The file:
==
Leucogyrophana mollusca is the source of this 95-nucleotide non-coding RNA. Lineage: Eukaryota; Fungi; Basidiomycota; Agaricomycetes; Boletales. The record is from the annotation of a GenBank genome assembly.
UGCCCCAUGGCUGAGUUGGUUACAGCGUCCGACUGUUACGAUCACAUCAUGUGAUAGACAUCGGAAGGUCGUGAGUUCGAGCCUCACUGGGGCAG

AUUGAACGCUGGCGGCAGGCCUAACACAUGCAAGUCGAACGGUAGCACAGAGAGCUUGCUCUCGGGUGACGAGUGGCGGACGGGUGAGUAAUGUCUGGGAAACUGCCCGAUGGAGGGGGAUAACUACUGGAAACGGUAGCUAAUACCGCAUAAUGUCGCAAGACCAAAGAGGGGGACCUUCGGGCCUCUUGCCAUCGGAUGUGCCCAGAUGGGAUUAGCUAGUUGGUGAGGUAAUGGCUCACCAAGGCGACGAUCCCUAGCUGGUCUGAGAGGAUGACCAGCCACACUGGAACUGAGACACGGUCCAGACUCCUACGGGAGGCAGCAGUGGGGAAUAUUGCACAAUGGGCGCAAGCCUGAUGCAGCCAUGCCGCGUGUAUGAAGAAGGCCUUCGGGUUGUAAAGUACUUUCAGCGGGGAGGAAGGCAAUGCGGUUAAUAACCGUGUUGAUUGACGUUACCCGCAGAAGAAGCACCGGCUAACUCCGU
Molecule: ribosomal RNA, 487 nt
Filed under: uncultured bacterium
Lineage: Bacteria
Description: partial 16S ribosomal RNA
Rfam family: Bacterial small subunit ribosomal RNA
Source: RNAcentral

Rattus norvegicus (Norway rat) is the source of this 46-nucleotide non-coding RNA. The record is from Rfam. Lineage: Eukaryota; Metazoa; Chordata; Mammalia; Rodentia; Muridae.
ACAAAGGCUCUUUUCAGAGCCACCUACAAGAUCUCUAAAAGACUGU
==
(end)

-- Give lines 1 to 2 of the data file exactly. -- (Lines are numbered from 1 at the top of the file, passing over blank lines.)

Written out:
Leucogyrophana mollusca is the source of this 95-nucleotide non-coding RNA. Lineage: Eukaryota; Fungi; Basidiomycota; Agaricomycetes; Boletales. The record is from the annotation of a GenBank genome assembly.
UGCCCCAUGGCUGAGUUGGUUACAGCGUCCGACUGUUACGAUCACAUCAUGUGAUAGACAUCGGAAGGUCGUGAGUUCGAGCCUCACUGGGGCAG